My grandmother had retreated into her own world.  She would always have some kind of noise in the house, whether radio or TV, from sunup to when she went to sleep.  She didn’t bathe regularly, and she would reach to turn the morning radio programs off and at the same time turn the TV on. She had a complete lineup for the entire day of television, and didn’t do anything else.

I came and went as I pleased, and my grandmother silently took over the care of my son.  At this point I didn’t care about much besides being high (which only aggravated my illness), hanging out, and hooking up with the sexiest dudes I could find.  I lost all of my friends due to my erratic behavior.  I often ask myself if I had known that that year, 1998, would be the last full year my grandmother lived, if I would have treated her differently.  I truly did love her, and tried to show it in little ways. I bought her a cheap jewelry box that played a song when she opened it. I kissed her, and often would lay in her bed on nights where I was so paranoid that only she would be able to relieve my fears.

In 1999 I became pregnant with my second child.  My family was upset, and I was making plans to bring another child into our house.  By then I had been put in a rehab for women, and my grandmother made me go into their residential program.  The whole family knew I had a serious problem, but the decision was my grandmother’s to make.  She wanted me to go.  By October I had decided to give my child, another son, away.  The program wouldn’t let me drive my car, or go where I pleased, which I hated.

My last memory of my grandmother was her returning me to rehab after going to church.  I begged my grandmother to come home, and she said no.  I slammed the car door and said nothing, not even goodbye.  A few days later, I had been calling my grandmother over and over to apologize, and no one answered until a police officer answered the phone and informed me she was dead.  And I felt like my world had ended.

There are many parts of this story left unsaid, many injustices my grandmother endured that I don’t speak of out of respect for my family.  But I am sure that my grandmother’s last years in this world brought her little peace, outside of her relationship with Christ.  She clung to Him for dear life, and I believe that one of the reasons he took her home was so I would finally grow up, not to mention the fact that she had had enough of her life.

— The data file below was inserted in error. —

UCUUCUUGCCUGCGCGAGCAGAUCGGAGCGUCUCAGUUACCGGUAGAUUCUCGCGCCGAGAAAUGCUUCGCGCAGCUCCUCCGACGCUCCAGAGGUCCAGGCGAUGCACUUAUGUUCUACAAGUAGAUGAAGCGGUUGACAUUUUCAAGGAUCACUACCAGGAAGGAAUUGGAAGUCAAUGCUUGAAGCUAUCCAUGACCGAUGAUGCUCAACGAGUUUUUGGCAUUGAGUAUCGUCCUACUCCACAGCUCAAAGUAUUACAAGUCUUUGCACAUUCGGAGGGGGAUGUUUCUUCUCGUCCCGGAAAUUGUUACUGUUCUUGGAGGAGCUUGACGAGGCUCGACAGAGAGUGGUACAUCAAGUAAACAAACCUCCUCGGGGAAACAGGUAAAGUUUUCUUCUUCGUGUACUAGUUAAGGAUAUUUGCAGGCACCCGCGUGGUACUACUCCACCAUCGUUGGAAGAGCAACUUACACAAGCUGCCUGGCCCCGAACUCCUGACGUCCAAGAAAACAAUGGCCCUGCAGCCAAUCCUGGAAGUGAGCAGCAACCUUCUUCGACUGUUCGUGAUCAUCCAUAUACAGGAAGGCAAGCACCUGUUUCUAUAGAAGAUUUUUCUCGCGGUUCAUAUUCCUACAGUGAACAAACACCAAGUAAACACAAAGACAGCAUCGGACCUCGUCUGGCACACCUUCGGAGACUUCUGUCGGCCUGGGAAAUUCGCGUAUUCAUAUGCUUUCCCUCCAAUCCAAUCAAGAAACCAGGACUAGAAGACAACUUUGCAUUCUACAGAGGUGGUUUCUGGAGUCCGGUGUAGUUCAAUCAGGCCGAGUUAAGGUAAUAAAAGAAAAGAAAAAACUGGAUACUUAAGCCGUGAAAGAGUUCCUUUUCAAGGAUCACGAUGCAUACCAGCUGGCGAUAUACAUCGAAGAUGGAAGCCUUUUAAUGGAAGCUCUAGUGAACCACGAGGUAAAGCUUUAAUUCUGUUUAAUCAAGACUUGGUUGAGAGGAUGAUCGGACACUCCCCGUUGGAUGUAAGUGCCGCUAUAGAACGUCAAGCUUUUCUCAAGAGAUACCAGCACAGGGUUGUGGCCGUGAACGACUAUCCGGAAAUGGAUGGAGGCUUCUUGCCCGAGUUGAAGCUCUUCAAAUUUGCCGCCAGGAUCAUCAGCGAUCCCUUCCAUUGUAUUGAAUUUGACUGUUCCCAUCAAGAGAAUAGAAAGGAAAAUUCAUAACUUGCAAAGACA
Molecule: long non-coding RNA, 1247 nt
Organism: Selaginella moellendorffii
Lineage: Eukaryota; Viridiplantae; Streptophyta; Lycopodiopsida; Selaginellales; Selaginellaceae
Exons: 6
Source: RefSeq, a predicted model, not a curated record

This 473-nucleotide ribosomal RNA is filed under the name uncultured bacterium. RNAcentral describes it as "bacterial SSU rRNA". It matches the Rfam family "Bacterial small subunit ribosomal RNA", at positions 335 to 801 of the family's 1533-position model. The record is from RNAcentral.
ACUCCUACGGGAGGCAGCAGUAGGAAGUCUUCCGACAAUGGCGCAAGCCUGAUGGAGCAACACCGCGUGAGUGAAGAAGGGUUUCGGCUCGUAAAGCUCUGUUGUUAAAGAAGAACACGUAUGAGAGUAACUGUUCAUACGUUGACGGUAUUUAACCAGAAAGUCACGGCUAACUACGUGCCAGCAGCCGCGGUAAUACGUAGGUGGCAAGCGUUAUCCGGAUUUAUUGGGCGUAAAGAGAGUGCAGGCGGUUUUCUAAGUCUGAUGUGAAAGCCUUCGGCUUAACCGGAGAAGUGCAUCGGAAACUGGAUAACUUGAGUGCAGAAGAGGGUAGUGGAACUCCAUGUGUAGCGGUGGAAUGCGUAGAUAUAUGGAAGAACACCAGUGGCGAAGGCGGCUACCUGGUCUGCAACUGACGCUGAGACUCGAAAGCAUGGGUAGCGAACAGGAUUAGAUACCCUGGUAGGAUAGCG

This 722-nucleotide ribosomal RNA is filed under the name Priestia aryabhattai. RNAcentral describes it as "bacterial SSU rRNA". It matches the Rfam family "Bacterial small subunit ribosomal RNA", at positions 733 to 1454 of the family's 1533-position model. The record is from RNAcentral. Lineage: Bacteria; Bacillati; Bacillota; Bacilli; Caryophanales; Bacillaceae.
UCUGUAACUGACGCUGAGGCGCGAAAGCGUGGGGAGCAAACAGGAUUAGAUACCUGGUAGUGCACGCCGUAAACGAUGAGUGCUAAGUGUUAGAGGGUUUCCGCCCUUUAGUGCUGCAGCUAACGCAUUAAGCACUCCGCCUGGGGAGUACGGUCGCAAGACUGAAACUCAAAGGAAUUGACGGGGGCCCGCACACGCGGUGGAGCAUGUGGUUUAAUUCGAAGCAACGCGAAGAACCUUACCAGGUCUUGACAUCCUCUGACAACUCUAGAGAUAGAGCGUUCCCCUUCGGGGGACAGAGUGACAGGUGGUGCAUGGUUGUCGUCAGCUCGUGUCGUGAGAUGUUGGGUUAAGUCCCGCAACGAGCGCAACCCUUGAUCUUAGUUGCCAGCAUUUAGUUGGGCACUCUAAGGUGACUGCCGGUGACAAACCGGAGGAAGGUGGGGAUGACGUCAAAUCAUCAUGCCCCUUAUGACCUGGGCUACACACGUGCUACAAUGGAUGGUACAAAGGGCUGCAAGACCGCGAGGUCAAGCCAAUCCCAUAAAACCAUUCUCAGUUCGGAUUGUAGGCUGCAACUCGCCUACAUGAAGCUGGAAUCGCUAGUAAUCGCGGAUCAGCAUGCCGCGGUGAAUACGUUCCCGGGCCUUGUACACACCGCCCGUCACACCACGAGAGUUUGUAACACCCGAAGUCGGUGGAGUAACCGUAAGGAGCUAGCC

The police said they found her on her couch, with cold coffee on the coffee table, a crossword puzzle (which she loved) in her hand, and a peaceful smile on her face.  I always imagine Jesus showing up in her living room and personally escorting her to heaven.  But that’s my theory.

Fourteen years later, I look back and remember her love.  Life got a lot colder after she left, and I am still paying for mistakes I made then.  But believe it or not, I’ve had manifestations that make it clear that she still follows me closely, that she’s happy now and that she never forgets to watch over me and my children.

My son, who was devastated by her death, is 20 now, and happy and fairly sane, despite my erratic parenting of him. After she died I was forced to grow up and care for him and finally in 2001 I was diagnosed and treated for bipolar disorder.  My third child was born in 2002 and I began a journey of abstinence that i’m still traveling (despite two bad encounters and a lot of loneliness).  I try to remember her love, and how it sustained me even when I didn’t love myself.  I remember the care she put into showing me, somehow or someway how much I meant to her, even though she was miserable from my actions. Sometimes I see a face, or feel a touch, and remember her.  Today, I don’t have much materially, but I have taken back my dignity.  I have forgiven people and I have learned to love myself.  I became a caring and attentive mother to my daughter, and as I write this on my bed, the wall behind it holds a sign she made that says “#1 Mom”.

I like to think that her role in my life is the model of the reason my daughter sees me this way.  I know that my grandmother sees me, and that everything she prayed over me is coming to pass.

ADVERTISEMENT